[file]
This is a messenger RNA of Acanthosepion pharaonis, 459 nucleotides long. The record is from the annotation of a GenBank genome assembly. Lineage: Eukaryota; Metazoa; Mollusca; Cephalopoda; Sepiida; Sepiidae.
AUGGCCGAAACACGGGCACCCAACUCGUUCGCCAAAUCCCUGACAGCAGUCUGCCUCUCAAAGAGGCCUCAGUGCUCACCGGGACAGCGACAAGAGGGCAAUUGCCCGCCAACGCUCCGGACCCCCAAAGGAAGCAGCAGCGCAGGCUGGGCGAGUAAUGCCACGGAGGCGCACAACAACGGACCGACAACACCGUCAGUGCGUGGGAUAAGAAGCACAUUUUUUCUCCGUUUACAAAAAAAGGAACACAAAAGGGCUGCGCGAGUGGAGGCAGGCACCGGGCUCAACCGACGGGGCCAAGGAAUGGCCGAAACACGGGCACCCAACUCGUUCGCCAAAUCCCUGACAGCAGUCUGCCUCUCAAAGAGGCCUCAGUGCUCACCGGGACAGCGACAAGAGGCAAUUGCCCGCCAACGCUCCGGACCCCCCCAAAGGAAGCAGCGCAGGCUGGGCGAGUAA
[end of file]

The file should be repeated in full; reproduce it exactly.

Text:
This is a messenger RNA of Acanthosepion pharaonis, 459 nucleotides long. The record is from the annotation of a GenBank genome assembly. Lineage: Eukaryota; Metazoa; Mollusca; Cephalopoda; Sepiida; Sepiidae.
AUGGCCGAAACACGGGCACCCAACUCGUUCGCCAAAUCCCUGACAGCAGUCUGCCUCUCAAAGAGGCCUCAGUGCUCACCGGGACAGCGACAAGAGGGCAAUUGCCCGCCAACGCUCCGGACCCCCAAAGGAAGCAGCAGCGCAGGCUGGGCGAGUAAUGCCACGGAGGCGCACAACAACGGACCGACAACACCGUCAGUGCGUGGGAUAAGAAGCACAUUUUUUCUCCGUUUACAAAAAAAGGAACACAAAAGGGCUGCGCGAGUGGAGGCAGGCACCGGGCUCAACCGACGGGGCCAAGGAAUGGCCGAAACACGGGCACCCAACUCGUUCGCCAAAUCCCUGACAGCAGUCUGCCUCUCAAAGAGGCCUCAGUGCUCACCGGGACAGCGACAAGAGGCAAUUGCCCGCCAACGCUCCGGACCCCCCCAAAGGAAGCAGCGCAGGCUGGGCGAGUAA